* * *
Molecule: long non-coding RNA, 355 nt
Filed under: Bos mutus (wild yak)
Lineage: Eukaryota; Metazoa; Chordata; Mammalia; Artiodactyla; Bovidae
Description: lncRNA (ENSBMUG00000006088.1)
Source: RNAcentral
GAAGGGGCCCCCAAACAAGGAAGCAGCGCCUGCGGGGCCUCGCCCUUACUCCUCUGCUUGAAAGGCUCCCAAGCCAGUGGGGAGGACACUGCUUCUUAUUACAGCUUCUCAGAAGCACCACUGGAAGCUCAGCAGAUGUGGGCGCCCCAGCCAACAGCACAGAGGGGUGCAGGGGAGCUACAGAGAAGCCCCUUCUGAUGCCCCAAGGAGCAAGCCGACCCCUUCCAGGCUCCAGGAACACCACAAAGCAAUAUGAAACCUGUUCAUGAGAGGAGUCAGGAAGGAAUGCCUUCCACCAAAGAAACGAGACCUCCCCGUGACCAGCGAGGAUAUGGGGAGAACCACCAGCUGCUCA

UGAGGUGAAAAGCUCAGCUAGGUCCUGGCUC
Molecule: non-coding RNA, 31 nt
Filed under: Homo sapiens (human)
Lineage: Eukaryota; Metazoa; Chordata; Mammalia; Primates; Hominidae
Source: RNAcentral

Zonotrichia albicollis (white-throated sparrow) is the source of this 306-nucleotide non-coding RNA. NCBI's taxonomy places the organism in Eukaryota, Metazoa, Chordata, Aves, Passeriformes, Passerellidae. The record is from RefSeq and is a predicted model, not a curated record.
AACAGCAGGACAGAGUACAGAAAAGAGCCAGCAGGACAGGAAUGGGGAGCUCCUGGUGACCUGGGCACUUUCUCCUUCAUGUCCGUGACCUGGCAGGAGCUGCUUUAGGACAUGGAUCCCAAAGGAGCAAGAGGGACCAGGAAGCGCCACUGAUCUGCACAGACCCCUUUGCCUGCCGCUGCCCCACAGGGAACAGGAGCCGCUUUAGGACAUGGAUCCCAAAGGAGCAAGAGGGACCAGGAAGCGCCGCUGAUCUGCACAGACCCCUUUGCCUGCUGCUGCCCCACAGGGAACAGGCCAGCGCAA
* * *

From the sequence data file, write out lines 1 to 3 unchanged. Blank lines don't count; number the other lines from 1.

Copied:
Molecule: long non-coding RNA, 355 nt
Filed under: Bos mutus (wild yak)
Lineage: Eukaryota; Metazoa; Chordata; Mammalia; Artiodactyla; Bovidae